Also related, clearly some schools have decided to punt on teaching. Northwestern Michigan College is outsourcing adjunct staffing to a third party. / via Higher Ed Dive
On the other hand, let’s remember not to throw the baby out with the bath water - the current iteration of the US university system produces a lot of good. The American university system is reviled at home but envied around the world. Why? / via LA Times Opinion
One area where US universities have mixed results? International campuses. Which makes it interesting to see IIT (the top universities in India) expanding to Zanzibar, Tanzania. / via Times Higher Education
Not unrelated to the inflection moment, college living quarters were once a (relative) equalizer, but are rapidly | stratifying. What does that mean for the college experience? / via Business Insider and Wall Street Journal
The only way college sports can begin to make sense again, written by one of the University of Michigan’s regents. I don’t have the answer to fixing college sports, but appreciate suggestions for athlete-first paths forward. / via New York Times Opinion
Harvard’s Medical School is for sale. Well, the naming rights are anyway, and it will only cost you one billion dollars. Which is significantly more money than the £779 (and 329 books) John Harvard left for the OG naming rights. / via The Harvard Crimson
The administrative overhaul of the New College of Florida. Regardless of where you stand on New College’s dramatic Liberal to Conservative ideological shift, this is a wild display of cronyism. / via Inside Higher Ed
Remote for me, but not for thee. Baby Boomers most likely to prefer flexible, remote work. This is particularly rich given the number of bigtime boomer bosses using return-to-office as a pretext for layoffs.
D2L goes B2B. I can’t quite put my finger on it yet, but there is an emergent discussion to be had over the incumbent, K12/university-oriented LMSes being challenged by a new crop of venture-backed LMSes like Workera in the B2B vertical. / via PRNewswire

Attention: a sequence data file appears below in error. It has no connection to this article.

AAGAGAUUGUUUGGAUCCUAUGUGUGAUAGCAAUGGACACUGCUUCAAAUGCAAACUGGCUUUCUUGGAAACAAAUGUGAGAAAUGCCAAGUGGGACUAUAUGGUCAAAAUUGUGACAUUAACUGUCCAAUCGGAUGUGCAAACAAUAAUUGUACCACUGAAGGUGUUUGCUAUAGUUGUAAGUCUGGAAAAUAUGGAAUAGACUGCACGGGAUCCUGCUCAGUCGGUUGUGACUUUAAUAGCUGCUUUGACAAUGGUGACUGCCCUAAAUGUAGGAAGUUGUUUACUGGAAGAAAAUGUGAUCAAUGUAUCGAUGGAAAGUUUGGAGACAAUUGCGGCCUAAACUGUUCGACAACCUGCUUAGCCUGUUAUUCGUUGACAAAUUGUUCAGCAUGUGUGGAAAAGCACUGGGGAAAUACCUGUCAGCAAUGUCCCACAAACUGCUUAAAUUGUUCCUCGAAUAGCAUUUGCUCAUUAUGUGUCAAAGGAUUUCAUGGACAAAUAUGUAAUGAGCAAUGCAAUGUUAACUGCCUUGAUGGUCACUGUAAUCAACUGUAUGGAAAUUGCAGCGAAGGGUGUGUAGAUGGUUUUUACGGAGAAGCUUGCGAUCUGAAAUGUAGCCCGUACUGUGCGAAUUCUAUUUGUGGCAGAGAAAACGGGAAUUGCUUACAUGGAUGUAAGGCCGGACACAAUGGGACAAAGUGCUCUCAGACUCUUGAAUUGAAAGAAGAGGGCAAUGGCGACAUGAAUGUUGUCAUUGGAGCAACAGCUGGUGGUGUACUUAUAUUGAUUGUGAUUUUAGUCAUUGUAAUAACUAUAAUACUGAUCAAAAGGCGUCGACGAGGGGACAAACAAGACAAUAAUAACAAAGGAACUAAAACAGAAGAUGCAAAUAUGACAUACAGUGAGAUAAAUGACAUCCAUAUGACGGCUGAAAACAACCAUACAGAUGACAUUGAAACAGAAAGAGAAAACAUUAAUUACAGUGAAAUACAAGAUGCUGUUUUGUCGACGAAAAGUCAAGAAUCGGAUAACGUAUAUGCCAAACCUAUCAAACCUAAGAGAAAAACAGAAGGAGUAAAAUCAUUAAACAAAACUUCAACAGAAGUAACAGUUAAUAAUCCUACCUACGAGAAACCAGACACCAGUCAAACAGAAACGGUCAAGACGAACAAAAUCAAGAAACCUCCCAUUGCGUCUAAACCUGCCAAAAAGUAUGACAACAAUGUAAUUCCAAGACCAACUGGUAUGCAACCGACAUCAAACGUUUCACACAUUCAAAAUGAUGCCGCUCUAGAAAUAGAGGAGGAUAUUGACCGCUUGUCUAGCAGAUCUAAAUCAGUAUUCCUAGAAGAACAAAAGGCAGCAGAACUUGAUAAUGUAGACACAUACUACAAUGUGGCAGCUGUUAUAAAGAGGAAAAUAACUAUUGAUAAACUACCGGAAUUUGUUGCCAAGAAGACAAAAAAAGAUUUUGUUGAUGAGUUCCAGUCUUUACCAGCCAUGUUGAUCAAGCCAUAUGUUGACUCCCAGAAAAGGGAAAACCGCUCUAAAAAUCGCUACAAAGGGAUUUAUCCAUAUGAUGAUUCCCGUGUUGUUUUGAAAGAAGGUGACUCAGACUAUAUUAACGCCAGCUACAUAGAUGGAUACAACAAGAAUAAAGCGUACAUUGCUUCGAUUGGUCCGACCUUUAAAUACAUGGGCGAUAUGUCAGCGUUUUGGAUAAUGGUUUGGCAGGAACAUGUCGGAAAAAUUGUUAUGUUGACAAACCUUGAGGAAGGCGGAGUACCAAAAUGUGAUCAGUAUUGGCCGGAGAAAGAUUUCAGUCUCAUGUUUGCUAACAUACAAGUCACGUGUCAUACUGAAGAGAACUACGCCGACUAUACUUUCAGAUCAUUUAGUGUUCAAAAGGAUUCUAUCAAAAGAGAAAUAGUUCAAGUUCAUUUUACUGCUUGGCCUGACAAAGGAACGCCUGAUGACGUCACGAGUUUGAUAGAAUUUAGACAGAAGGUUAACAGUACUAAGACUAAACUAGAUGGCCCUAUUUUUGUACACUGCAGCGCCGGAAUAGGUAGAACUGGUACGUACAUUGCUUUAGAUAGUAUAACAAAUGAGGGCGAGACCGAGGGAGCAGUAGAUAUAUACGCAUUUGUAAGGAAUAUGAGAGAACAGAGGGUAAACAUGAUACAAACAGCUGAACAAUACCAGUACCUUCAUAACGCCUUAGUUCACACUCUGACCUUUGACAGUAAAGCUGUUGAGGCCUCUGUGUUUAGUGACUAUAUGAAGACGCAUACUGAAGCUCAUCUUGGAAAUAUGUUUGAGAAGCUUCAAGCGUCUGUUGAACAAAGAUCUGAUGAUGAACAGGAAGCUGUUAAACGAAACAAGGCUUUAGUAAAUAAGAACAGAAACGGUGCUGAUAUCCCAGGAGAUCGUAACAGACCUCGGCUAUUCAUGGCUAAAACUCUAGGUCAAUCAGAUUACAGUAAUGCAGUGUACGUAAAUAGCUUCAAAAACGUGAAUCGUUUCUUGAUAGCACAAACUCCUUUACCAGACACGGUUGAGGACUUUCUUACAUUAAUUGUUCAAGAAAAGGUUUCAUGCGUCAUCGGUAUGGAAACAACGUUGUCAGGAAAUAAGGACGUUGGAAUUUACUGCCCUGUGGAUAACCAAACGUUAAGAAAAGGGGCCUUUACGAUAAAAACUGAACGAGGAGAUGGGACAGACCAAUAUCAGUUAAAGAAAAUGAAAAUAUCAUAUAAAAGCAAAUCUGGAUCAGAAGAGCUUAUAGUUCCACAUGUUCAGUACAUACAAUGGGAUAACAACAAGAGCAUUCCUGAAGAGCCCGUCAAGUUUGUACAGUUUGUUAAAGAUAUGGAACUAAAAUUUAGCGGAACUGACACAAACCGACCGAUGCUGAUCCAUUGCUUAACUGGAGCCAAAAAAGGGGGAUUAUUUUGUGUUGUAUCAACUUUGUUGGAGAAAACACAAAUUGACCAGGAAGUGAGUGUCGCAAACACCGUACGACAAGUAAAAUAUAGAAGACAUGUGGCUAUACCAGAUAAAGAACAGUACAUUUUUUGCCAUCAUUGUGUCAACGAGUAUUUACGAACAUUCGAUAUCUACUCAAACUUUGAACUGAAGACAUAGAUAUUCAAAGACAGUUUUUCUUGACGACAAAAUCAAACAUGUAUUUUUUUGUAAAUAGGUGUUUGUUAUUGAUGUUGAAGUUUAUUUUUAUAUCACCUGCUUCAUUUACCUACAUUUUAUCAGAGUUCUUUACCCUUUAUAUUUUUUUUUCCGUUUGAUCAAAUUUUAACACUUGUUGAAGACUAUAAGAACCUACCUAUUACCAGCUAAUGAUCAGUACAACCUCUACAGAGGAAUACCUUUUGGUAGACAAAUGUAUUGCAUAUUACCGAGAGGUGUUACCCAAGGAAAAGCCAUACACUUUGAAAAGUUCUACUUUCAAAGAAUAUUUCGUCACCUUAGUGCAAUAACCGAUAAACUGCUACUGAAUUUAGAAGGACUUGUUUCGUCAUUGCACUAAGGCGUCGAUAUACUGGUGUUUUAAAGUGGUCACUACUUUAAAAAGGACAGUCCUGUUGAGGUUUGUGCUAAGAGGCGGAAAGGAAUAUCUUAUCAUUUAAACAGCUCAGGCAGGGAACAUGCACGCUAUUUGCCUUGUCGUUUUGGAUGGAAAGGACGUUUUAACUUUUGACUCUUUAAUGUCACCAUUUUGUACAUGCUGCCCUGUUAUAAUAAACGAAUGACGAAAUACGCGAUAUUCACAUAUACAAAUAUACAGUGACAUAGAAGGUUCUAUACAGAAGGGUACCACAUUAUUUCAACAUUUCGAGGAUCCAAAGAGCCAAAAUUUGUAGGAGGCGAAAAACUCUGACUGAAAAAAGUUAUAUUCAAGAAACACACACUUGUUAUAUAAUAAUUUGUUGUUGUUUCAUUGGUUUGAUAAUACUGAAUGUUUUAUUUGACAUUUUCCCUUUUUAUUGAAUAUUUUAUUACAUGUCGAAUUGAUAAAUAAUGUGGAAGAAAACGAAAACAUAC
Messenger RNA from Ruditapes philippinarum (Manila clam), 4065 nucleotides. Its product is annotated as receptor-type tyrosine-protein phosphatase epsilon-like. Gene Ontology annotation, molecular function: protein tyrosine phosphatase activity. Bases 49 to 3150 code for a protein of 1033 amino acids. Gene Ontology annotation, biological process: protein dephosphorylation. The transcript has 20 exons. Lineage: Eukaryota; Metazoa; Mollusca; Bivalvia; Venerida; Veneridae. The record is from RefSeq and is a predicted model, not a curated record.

The problem with on-demand, reusable content provided without an instructor. A follow up to Google’s participation trophies. Lots to pick apart here, I hope to have more to say on this topic in a future essay. / via OnEdTech and Washington Monthly
Biden signs Executive Order to create American Climate Corp, funding 20,000 jobs in clean energy. This is neat, and I am a big fan of finding new ways for young adults to gain work experience through service with a broad societal benefit. / via HR Dive
The kids on the night shift. An expose on the hard labor being done in meatpacking plants by underage, undocumented children. / via New York Times
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Image of the Week
Of note, apparently inflows are unexpectedly higher than 2019 levels, with no clear reason why. I’m curious if some of this is due to debt holders choosing to pay off the balance of their loans rather than restarting payments.
If you have a 22-40 year old with student debt in your life, drinks are on you this month while they re-calibrate to paying down their loans!